Sparfloxacin may have role in your formulary

Antibiotic is potent against LRT infections

On the eve of apparent Food and Drug Administration approval, sparfloxacin, a potent antibiotic already in heavy use in Japan and Europe, may have difficulty finding a therapeutic niche in some managed care organizations in the United States. Cost is the main reason, but officials at Rhone-Poulenc Rorer, maker of the drug, say sparfloxacin is not just another

fluoroquinolone, but a possible replacement for Biaxin in the treatment of resistant lower respiratory tract (LRT) infections.

Rob Livesay, RPR’s director of marketing for anti-infectives, says the company plans to target sparfloxacin as a treatment for community-acquired pneumonia, a disease that costs the American health care system more than $20 billion a year, according to the Centers for Disease Control and Prevention. An estimated four million Americans develop the disease each year, with about 15% requiring hospitalization. The only other indication the company is seeking approval for at this point is acute bacterial exacerbations of chronic bronchitis.

Pharmacy directors should expect the following pitch from RPR this winter: Sparfloxacin is a respiratory fluoroquinolone, not a replacement for ciprofloxacin, but a replacement, perhaps, for Biaxin — a drug Livesay says has a big share of the pneumonia market but questionable effectiveness against certain pathogens — Haemophilus influenzae for example.

Sparfloxacin’s main advantage over currently available antibiotics is its effectiveness against a wide range of gram-positive bacteria, including penicillin-resistant Streptococcus pneumoniae, and its ability to eradicate atypical pathogens — chlamydial pneumonias, for example, or mycoplasma infections.

Benjamin Lipsky, MD, an epidemiologist at the VA Puget Sound Health Care System and lead U.S. investigator for the drug, says sparfloxacin has a future in this country because of rising penicillin resistance. Lipsky says some cities have penicillin-resistant rates approaching 20%, and in most areas of the country resistance is rising, he adds.

Still, cheaper treatments are available for amoxicillin-resistant pneumonias, and that, as they say, is the bottom line in managed care. Otto Wolke, RPh, chief of the in-house formulary at Geisenger Health Plan in Danville, Ill, says he probably won’t put sparfloxacin on the formulary for precisely that reason. "For us, the place for fluoroquinolones is below the belt. Anything to replace trimethoprim-sulfamethoxazole, cephalexin, or amoxicillin is a therapy I don’t need."

Wolke says boycotting sparfloxacin at his institution makes economic sense. "You’re probably looking at a 10 to 14 day course of therapy at $7 or $8 a dose. That’s $80 to $120 — which is outrageous, given what’s out there." (RPR hasn’t yet disclosed the price of sparfloxacin tablets.)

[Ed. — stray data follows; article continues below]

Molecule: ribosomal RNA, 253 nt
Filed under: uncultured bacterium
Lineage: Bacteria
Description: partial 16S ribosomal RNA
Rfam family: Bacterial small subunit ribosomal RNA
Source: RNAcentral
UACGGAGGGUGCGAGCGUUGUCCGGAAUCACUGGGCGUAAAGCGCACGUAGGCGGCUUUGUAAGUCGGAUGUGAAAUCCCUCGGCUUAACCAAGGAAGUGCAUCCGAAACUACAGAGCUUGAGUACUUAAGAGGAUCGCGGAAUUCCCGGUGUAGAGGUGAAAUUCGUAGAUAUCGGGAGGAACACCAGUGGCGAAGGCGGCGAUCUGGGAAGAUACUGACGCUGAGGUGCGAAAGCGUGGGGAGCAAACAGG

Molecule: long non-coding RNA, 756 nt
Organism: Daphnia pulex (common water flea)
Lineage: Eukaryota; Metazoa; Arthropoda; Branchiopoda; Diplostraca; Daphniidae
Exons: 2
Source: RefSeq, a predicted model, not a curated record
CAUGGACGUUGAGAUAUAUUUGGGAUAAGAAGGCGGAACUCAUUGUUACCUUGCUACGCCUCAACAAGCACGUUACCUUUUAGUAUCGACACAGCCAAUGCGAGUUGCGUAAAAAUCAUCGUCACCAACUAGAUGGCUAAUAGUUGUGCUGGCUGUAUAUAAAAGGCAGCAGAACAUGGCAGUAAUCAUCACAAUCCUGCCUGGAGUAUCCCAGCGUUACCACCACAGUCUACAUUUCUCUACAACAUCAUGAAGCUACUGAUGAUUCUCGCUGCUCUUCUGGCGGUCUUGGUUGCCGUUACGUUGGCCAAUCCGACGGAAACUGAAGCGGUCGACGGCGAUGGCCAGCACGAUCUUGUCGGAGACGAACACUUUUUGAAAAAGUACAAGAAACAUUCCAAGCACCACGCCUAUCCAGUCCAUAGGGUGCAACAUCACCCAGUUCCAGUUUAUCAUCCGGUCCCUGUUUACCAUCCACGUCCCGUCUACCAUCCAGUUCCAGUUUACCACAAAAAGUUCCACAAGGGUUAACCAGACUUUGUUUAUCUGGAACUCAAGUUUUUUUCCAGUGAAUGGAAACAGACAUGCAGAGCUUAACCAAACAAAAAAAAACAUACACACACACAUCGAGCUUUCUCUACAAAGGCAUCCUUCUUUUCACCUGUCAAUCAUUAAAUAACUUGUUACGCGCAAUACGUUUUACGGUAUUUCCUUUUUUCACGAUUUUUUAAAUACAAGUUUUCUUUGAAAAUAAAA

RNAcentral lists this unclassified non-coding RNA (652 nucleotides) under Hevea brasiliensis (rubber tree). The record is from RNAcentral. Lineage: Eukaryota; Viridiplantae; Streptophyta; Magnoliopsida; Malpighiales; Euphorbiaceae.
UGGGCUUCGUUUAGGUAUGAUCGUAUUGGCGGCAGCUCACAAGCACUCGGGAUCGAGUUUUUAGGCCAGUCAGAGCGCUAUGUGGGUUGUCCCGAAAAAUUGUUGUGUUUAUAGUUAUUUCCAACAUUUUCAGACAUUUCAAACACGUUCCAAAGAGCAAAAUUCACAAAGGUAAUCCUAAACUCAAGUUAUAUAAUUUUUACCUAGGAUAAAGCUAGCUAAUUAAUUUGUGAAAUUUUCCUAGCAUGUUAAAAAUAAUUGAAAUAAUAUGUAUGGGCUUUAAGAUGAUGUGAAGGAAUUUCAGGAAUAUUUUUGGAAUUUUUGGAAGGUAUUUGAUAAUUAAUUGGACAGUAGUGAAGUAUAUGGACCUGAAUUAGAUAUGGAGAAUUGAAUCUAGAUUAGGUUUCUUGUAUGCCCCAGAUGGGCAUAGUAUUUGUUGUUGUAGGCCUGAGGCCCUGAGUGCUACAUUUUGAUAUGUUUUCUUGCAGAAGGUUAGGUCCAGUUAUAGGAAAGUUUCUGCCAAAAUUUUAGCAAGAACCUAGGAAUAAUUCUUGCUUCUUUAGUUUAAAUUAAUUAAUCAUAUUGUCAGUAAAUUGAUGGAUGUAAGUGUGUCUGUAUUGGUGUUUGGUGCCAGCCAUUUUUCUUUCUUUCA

What’s out there for Geisenger patients who need medication for a respiratory problem are the old (and cheap) standbys. Patients usually start off with a course of amoxicillin, then graduate to a second-generation cephalosporin if needed. Erythromycin is occasionally used, with graduation to Biaxin if needed.

Wolke admits amoxicillin often doesn’t work in patients with community-acquired pneumonia at his organization, and thus patients wind up taking more expensive drugs anyway.

Lipsky suggests this is one place where using sparfloxacin might make sense. "I think when it can substitute for a combination of drugs — an erythromycin and a fluoroquinolone or a penicillin and a macrolide — it would be cost-effective."

With community-acquired pneumonia often affecting young people — college students, for example — as well as the elderly, compliance is another consideration, Lipsky says. Sparfloxacin is dosed once daily; erythromycin, sometimes up to four times a day.

Sparfloxacin is gaining some pre-market notoriety for two side effects: significant photosensitivity and a slight prolongation of the QTc interval in some study subjects. Lipsky says the former side effect is more annoying than dangerous ("It’s not life-threatening. It’s like a bad sunburn."), and the latter effect, while statistically significant, is of little clinical import. "It’s very unlikely to be a a problem," Lipsky says. Still, patients on sparfloxacin will probably be advised not to combine it with drugs that also affect the EKG — terfenadine, for example.

Livesay says RPR’s marketing plan for sparfloxacin will target areas of the United States where penicillin resistance is especially high. If you’re in one of those areas, pharmacy directors, get ready for the hard sell.